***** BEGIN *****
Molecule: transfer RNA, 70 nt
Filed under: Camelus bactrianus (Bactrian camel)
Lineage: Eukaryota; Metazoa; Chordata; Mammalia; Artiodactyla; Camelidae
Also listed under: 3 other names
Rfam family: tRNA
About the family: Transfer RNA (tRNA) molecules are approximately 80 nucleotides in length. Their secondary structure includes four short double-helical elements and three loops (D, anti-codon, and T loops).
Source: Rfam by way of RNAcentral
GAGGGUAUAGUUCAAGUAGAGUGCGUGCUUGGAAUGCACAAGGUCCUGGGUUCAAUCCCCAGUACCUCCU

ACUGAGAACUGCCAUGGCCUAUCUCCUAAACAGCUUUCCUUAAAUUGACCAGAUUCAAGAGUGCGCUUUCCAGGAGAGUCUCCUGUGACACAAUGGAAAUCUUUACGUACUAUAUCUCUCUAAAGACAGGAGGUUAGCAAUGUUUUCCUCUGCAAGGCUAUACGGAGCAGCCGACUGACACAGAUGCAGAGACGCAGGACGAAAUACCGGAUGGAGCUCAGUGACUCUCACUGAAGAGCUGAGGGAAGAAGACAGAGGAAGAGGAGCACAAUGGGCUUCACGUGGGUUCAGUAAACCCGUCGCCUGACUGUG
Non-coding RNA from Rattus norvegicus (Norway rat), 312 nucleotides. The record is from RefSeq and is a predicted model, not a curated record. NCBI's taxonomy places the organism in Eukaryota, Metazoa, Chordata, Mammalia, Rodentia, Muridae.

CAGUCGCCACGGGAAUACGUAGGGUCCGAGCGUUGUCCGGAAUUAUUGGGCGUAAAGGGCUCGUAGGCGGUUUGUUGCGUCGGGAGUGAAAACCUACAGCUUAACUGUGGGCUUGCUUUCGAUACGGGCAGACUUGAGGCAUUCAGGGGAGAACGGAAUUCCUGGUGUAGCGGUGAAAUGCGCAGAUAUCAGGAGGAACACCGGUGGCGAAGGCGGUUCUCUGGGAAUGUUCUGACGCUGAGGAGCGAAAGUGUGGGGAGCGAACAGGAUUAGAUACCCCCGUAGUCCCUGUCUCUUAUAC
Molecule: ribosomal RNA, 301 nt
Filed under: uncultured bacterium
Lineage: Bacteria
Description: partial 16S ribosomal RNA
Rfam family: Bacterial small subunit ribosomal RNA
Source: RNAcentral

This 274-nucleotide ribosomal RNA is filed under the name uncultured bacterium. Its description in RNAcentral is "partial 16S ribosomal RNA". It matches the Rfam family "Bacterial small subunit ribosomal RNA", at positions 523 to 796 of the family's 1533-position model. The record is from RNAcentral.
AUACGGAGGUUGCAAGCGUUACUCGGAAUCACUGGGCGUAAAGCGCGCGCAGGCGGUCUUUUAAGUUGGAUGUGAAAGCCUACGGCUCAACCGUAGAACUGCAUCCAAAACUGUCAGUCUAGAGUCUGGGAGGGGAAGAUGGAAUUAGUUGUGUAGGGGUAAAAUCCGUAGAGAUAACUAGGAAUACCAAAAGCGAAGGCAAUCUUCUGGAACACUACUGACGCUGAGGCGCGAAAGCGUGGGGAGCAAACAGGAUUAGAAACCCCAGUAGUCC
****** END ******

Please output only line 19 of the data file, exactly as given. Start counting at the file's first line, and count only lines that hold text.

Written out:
AUACGGAGGUUGCAAGCGUUACUCGGAAUCACUGGGCGUAAAGCGCGCGCAGGCGGUCUUUUAAGUUGGAUGUGAAAGCCUACGGCUCAACCGUAGAACUGCAUCCAAAACUGUCAGUCUAGAGUCUGGGAGGGGAAGAUGGAAUUAGUUGUGUAGGGGUAAAAUCCGUAGAGAUAACUAGGAAUACCAAAAGCGAAGGCAAUCUUCUGGAACACUACUGACGCUGAGGCGCGAAAGCGUGGGGAGCAAACAGGAUUAGAAACCCCAGUAGUCC